The nocturnal habits of Alun Kyte, an inconspicuous, short, balding mechanic with a faint Midlands accent, were a puzzle to the many guest-house owners whose establishments he frequented.
He would check in, be shown to his room, not surface for more than an hour, then disappear in one of his various vans and cars, returning only after nightfall. During these absences, police now know, Kyte was roaming the motorway network, travelling 80 or 100 miles from his temporary accommodation in search of prostitutes to kill.
This week, Kyte, 35, was sent to prison for life for the murders of Samo Paull, a 20-year-old single mother whose body was found in a water-filled ditch in Swinford, Leicestershire, in December 1993, and Tracey Turner, 32, whose body was found in similar circumstances nine weeks later.
His conviction attracted little attention - a fact detectives attribute to his choice of victims - yet Kyte may be one of Britain's most prolific killers who, by virtue of an extraordinarily propensity for travel, could have struck within every police force area in Britain. Leicestershire Police have already taken the unusual step of issuing every British force with his details and distributing a tape recording of his voice in the hope that women he has raped may recognise him.
Kyte claims to have killed 12 women, a boast which "could be true", said Detective Superintendent Mick Creedon, of Leicestershire Police, who has led the investigation into his crimes. "He craves notoriety.He wants to be elevated to Ripper status," Det Supt Creedon said.
In the mid-Nineties, Ms Paull and Ms Turner were two of the three women whose deaths the National Criminal Intelligence Service (NCIS) concluded were typical of the work of a "Midlands Ripper". They and a third woman, 22-year-old Janine Downes, of Wolverhampton, had all been strangled miles from the place where they were dumped, none appeared to have been sexually assaulted and items of jewellery had been removed in what one officer described at the time as "trophy-taking".
The deaths of another six women fitted this picture, said the NCIS, which investigated a theory that a serial killer could be at large.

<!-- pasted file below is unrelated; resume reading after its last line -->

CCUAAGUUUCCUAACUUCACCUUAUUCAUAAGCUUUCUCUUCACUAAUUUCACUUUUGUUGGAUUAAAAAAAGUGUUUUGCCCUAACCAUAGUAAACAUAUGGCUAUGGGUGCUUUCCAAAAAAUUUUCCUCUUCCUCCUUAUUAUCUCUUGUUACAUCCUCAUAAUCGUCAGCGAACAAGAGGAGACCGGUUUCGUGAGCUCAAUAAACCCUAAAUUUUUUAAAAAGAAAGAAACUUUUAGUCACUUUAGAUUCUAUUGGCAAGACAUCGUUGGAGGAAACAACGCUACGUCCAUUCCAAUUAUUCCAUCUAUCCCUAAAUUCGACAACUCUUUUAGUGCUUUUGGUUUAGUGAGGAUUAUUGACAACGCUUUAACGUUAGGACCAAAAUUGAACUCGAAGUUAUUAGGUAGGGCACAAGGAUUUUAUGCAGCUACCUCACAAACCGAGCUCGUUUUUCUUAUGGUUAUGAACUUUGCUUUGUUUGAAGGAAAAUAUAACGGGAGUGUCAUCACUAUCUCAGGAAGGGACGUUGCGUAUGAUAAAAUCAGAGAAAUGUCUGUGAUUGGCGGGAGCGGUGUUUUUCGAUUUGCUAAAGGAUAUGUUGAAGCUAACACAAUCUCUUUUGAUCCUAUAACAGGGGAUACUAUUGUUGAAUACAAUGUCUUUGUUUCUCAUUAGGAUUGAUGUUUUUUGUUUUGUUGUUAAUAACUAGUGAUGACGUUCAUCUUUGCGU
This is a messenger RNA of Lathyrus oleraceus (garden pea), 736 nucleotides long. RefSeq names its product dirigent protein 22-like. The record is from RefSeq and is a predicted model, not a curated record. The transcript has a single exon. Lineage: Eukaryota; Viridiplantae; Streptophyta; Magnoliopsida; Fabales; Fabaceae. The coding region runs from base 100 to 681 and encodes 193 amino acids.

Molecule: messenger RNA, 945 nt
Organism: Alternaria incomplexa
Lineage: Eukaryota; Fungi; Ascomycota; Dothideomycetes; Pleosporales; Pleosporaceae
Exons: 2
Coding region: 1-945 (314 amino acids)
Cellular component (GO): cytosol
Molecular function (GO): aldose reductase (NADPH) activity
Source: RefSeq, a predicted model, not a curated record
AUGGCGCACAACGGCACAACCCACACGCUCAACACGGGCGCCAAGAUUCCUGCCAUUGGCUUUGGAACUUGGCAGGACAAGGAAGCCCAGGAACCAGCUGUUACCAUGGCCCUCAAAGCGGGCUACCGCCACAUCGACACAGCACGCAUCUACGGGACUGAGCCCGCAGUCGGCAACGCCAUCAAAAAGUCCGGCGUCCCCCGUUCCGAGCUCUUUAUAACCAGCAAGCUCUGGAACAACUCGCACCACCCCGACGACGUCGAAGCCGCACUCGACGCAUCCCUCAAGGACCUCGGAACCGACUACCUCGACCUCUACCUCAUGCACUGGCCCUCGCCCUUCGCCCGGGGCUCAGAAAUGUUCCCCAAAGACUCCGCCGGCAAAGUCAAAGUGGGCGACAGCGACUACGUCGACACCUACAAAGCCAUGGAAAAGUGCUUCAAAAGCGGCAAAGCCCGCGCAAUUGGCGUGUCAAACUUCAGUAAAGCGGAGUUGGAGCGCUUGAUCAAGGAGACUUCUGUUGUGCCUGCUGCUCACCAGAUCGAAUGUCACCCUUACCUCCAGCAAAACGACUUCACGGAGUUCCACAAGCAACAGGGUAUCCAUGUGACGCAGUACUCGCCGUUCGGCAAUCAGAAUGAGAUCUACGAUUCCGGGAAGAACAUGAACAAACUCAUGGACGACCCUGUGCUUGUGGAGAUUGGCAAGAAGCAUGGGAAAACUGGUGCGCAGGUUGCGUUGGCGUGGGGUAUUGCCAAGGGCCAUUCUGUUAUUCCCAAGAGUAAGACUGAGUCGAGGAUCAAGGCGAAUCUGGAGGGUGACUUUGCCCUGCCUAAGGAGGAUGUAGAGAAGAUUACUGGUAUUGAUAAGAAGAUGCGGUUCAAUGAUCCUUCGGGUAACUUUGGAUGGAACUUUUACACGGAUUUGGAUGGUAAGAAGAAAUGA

For a time it was thought that Celine Figard, a 19-year-old French student found left naked at a roadside near Worcester in 1995, was a victim of the same killer, although a lorry driver, Stuart Morgan, was eventually convicted for her murder. But the timing of Kyte's known attacks on women add weight to the theory that he could be a serial killer. As well as murdering in December 1993 and March 1994, he is known to have attacked a prostitute in April 1994 and was serving a seven-year jail term for the rape of a woman in Weston-super-Mare in December 1997 when he was tried for murder.
"Why three [attacks] in a short period then nothing until 1997?" asked Det Supt Creedon. "There are three missing years to fill in and he is capable of absolutely anything."
Detectives are wary of naming other possible victims for fear of prejudicing future trials but police sources say that the murder of Julie Finlay, 23, whose body was found in a lay-by near Skelmersdale, Lancashire, in August 1994, must now be examined. Her death has been linked to Ms Paull's and Ms Turner's since 1995 because she, too, might have been working as a prostitute and was strangled and dumped by a killer who made no attempt to hide her body.
Police sources also agree that the death of Carol Clark, 32, offers compelling similarities. She was strangled before her half-naked body was thrown into the Sharpness Canal, Bristol, in March 1993. At the time, Kyte, a lorry driver, was living in Weston-super-Mare, less than 20 miles from Ms Clark's home in Montpelier. The murder of Dawn Shields, a 19-year-old, whose body was found at the Mam Tor landmark in the Peak District in 1994, also fits the time frame, as does that of a barmaid, Sharon Harper, 21, of Grantham, Lincolnshire, who was found strangled in a pub car park in 1994. Other victims might be prostitutes who have vanished. The disappearance of Barbara Finn, 32, a prostitute of Coventry, is also considered suspicious.
Police have named 21 British locations where Kyte spent time and detailed seven cars he drove. Forces are being asked to check his movement against missing persons inquiries.
Several of Kyte's methods of getting money have left traces. In 1997, it was his practice to steal goods from a leading do-it-yourself chain and then take the goods back to procure money. On one occasion he even used the store's club card to collect points.
Kyte also ran a mobile car tuning service and would delay returning cars to unwitting customers for up to three weeks before handing them over - by which time they had up to 1,000 extra miles on the clock and no improvements. An asthmatic, Kyte could be known to countless hospitals and surgeries where he frequently sought medication.
"The file on Kyte we have delivered to all British police forces is already thick," said Det Supt Creedon. "Such was his mobility, his name can be discounted from nothing unless it can be shown he was in some other place on the day of an attack."Reuse content